STEP 2. Select "First Time" - this will allow us to create cohorts by Signup date.
STEP 3. Select people who did Signup (in this case I'm selecting our REGISTER FORM event, it depends what you've called the signup event in yorr Mixpanel) - Then select did “Anything”.
NOTE: Later, instead of "Anything" you could select by a key action so you could build retention curves by key actions to find the actions that best retain users. For simplicity though, we'll start with people who came back and did "Anything".
STEP 4. Optionally Select: Past 12 Months, Past 12 Weeks, Past 14 Days. For this example, I'm going to select Past 12 Weeks.
STEP 5. Select Export CSV: In the bottom right corner there is a small icon that will let you export the data as a CSV file. Go ahead and download the data.
(NOTE: Mixpanel only exports the totals not percents, but we'll solve that in a moment.)
PART 2 - Upload to Google Sheets and Create the Retention Curve:
STEP 6. Open Google Drive and Upload the file. Then open the file.
STEP 7. Open the file in sheets - you'll see the same data as in Mixpanel. Remember these are totals, and that’s okay, but cohort sizes can vary, so to be comparable I prefer to look at percentages. (because what we're interested in is comparing behaviour of the cohorts - regardless of the cohorts size.)
STEP 8. We're going to take an extra step here and turn the totals into percentages, so our curves are more comparable.
STEP 9. Select, copy and paste ALL the data below, so you have two copies.
STEP 10. In the copy section, edit the first cell (shown) to calc using the data above.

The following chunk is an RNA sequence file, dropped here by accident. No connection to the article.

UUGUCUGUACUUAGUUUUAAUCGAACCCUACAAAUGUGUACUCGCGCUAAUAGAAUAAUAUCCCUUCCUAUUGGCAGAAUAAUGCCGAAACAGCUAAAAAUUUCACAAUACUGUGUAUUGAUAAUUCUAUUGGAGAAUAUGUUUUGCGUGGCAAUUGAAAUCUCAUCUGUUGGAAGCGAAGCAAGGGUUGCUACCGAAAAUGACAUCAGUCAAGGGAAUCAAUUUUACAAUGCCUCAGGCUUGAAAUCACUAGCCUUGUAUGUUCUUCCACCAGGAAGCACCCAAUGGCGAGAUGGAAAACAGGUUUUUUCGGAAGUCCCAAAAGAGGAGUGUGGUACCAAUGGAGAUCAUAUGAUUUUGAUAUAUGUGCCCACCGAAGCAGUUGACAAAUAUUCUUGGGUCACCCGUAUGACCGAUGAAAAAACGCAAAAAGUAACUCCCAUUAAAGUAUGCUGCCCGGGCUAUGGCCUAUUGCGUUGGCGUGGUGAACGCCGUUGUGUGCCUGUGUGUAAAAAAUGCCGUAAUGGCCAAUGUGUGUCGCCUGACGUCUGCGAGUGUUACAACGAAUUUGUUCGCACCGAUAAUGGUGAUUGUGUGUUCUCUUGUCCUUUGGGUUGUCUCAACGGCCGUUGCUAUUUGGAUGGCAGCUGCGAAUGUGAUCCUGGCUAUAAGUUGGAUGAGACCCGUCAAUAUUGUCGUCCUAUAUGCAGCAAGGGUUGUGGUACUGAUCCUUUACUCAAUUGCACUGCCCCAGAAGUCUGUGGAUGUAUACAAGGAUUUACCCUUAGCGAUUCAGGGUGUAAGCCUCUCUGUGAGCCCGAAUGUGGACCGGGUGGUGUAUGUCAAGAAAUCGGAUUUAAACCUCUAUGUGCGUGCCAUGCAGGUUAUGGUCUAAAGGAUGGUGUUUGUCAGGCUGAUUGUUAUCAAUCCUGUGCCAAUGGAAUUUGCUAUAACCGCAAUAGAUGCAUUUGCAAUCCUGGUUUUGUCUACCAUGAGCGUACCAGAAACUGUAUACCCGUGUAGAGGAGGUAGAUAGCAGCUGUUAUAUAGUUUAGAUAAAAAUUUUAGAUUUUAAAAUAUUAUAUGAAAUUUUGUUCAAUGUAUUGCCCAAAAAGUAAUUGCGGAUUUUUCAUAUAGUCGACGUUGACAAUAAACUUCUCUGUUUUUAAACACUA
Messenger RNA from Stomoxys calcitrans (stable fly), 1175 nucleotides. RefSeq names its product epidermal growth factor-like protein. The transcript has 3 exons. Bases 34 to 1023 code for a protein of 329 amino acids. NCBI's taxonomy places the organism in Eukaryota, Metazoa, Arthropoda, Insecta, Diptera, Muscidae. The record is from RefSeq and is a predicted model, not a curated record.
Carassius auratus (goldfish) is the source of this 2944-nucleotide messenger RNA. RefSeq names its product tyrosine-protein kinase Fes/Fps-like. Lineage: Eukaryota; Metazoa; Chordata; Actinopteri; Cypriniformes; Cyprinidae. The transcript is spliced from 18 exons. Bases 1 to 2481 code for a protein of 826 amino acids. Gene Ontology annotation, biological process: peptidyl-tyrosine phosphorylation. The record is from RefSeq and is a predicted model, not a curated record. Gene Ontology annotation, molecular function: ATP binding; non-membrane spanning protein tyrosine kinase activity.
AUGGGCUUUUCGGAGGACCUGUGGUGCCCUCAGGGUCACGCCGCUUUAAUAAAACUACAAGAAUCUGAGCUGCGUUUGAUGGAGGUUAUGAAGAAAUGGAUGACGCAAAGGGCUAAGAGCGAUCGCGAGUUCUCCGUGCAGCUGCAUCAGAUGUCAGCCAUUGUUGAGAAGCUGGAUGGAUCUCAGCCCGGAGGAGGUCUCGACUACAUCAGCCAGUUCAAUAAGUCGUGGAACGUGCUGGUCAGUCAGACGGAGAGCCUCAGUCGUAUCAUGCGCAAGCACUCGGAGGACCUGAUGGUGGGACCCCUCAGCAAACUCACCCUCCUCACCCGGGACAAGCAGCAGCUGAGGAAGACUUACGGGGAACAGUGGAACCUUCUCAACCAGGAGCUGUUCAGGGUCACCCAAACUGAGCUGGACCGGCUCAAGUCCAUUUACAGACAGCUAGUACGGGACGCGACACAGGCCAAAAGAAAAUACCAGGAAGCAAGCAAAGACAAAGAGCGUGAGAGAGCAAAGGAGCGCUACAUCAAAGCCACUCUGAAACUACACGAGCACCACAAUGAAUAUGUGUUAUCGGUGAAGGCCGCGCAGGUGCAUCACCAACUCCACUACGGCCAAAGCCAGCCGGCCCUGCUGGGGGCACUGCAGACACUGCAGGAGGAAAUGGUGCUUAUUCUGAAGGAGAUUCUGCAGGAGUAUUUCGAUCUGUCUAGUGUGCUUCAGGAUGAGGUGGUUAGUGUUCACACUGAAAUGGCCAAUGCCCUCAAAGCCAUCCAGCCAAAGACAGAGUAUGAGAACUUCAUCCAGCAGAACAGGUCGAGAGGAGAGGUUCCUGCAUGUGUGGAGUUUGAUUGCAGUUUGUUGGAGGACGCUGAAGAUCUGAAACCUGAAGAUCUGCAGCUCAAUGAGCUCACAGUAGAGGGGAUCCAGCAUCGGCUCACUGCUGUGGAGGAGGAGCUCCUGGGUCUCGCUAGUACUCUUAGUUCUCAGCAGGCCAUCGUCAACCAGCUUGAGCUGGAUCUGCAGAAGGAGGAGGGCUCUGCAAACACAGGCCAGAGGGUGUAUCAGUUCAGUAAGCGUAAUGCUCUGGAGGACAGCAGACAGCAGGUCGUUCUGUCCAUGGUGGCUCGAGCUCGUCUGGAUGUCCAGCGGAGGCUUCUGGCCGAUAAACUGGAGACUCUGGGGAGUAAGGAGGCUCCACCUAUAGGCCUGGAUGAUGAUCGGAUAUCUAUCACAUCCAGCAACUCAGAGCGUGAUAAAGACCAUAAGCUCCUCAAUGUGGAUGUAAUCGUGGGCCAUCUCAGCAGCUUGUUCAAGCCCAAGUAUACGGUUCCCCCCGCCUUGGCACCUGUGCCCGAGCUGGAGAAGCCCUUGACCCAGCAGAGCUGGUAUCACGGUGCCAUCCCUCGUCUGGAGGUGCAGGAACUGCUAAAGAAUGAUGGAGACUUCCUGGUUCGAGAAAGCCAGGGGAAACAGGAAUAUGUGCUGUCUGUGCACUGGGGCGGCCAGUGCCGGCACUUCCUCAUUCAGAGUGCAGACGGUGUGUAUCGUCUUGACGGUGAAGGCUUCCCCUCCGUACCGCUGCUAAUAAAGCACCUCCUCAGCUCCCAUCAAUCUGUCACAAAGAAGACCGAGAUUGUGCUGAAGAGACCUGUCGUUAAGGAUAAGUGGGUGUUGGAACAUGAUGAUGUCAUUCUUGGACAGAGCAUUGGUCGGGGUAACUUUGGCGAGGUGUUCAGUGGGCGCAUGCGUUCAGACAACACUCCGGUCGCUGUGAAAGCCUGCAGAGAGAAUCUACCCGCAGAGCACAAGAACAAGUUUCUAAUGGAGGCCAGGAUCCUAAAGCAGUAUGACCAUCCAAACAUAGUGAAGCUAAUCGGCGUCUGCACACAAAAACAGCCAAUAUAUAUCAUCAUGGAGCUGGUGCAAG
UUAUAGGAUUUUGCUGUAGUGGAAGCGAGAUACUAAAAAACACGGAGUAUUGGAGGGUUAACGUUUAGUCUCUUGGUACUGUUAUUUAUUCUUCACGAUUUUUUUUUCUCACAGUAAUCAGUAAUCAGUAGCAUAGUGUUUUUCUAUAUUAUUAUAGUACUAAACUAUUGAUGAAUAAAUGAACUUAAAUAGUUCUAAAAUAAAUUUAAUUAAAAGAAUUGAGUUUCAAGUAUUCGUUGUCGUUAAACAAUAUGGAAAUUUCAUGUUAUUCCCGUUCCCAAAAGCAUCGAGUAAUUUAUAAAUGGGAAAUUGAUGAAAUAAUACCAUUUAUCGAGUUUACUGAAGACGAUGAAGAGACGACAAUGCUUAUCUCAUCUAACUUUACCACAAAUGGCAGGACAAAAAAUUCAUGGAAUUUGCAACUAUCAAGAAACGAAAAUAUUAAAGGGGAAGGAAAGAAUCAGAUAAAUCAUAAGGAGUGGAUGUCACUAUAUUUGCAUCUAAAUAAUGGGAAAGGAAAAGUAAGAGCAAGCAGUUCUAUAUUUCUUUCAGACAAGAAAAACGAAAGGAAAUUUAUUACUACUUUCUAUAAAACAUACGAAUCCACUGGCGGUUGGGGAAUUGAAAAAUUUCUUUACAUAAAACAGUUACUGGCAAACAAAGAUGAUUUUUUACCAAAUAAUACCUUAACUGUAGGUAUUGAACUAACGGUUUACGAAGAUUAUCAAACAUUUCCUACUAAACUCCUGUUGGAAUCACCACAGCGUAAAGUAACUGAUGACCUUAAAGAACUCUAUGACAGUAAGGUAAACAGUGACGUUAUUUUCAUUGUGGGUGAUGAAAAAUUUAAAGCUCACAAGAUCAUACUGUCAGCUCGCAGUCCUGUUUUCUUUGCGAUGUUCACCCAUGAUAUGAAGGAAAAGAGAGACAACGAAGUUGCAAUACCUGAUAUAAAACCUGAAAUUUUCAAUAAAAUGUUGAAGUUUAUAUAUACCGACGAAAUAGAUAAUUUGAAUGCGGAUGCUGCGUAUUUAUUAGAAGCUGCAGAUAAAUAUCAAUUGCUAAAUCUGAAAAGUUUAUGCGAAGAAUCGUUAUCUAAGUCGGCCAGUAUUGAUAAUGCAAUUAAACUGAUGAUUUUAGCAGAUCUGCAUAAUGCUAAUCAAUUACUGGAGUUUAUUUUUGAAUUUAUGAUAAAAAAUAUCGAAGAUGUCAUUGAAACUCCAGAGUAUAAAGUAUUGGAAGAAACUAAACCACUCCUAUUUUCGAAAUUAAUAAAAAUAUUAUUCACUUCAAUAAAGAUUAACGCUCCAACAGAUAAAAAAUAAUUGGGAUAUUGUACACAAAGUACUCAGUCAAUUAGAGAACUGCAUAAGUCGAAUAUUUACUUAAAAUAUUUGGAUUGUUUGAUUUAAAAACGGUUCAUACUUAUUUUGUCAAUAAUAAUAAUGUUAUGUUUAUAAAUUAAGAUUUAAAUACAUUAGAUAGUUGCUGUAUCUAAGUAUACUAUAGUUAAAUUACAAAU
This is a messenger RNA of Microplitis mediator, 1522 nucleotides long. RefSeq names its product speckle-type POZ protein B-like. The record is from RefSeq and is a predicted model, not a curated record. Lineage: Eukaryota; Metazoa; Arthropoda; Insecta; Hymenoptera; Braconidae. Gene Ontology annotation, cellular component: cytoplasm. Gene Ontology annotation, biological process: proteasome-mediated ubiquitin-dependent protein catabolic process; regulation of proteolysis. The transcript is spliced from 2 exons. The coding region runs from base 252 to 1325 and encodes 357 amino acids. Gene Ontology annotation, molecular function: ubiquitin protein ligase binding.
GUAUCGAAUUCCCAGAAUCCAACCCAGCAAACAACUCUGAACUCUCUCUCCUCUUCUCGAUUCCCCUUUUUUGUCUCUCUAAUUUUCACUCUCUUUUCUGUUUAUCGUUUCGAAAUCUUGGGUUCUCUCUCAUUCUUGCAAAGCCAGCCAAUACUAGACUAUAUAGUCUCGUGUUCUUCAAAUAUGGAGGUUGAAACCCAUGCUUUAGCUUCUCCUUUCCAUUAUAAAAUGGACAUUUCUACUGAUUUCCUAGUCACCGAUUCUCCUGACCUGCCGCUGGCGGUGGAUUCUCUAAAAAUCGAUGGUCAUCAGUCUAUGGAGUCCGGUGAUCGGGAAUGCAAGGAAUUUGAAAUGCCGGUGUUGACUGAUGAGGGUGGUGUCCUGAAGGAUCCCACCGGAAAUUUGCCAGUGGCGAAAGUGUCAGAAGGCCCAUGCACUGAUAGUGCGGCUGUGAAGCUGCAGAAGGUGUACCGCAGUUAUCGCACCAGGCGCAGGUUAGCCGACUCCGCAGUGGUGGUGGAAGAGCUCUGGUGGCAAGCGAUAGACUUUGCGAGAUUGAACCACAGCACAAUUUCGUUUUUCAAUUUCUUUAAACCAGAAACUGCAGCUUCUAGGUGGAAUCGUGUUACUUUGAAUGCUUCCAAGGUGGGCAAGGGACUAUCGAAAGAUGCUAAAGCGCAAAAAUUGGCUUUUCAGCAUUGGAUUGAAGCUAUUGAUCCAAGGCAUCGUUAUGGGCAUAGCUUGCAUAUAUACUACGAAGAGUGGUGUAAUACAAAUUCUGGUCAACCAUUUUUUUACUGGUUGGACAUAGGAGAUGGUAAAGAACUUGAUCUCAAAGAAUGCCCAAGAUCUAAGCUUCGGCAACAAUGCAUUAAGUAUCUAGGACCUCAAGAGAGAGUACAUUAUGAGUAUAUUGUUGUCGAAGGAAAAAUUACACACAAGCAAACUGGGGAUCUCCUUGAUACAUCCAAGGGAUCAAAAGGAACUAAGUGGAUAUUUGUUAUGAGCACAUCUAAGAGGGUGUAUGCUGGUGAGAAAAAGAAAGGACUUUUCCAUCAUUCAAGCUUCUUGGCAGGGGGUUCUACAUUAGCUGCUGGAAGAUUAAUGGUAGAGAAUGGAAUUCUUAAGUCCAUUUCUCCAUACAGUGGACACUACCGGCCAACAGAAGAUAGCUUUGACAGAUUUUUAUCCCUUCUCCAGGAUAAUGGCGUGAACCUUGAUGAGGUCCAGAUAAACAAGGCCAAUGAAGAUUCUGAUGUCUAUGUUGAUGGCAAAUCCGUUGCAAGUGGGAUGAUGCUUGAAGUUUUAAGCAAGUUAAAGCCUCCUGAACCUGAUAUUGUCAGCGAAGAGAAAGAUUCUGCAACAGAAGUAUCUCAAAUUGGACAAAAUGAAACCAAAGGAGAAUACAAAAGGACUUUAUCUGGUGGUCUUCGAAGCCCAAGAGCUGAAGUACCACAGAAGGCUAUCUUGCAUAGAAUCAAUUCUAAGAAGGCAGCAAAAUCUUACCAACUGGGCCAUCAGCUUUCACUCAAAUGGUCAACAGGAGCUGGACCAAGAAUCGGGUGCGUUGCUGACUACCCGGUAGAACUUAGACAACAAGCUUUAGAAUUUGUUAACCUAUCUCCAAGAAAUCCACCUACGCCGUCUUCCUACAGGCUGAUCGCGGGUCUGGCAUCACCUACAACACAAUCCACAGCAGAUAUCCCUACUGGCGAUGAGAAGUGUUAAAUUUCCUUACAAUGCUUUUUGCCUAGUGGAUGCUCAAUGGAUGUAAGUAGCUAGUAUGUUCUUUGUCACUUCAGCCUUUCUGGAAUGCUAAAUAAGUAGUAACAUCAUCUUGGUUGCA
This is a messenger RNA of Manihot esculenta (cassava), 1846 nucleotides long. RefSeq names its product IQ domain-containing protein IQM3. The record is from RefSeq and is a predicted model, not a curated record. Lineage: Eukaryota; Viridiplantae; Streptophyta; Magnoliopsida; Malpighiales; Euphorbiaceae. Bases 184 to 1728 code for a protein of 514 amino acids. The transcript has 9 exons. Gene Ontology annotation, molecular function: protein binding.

The cell formula will be this:
=if($B2, C2/$B2*100, 0)
STEP 11. Format the cell (pick any colour you like, its only so you can see what we're changing)
STEP 12. Copy and paste that cell into the other cells in the copy area. Also, delete the Cohort Size data from the copy area, because we don't want to show it in the chart.
STEP 13. Select all the data we've modified, and select Menu Insert > Chart.
STEP 14. Set the following settings:
Chart Types: Line (Curve)
Switch rows/columns = True
Use column A as headers = True
STEP 15. Using one colour for all lines can help make the data standout better. Try to use one column in the colour picker, and make more recent months be a darker shade.
(If you run out of colours you can switch to thicker lines, or use colours in pairs.)
BOOM! You’re done! Easy huh? You should now have a retention curve that looks something like the curve below.
For this particular set of data, you can see the typical shape of a retention curve, with a fairly fast drop off during the first week (which is when people's attention is generally higher) and over time the curve levels out (showing around 13% longterm retention). Also note that some of the most recent curves are higher (showing better retention) which is what you would expect as a company works to improve retention.
Of course measuring user retention is only a part of your growth strategy and needs a good marketing analytics tool stack. If you want to set up an essential stack with key tools covering acquisition channels, conversion funnels & retention, and automated customer messaging read our 7 Essentials of Marketing Analytics - a Beginners Guide.
I hope this has been useful to you, and if you’ve struggled with understanding user retention I’d love you to tell me how you tackled it in the comments below.
If you'd like me to write in more detail about retention, please feel free to add any questions to the comments below.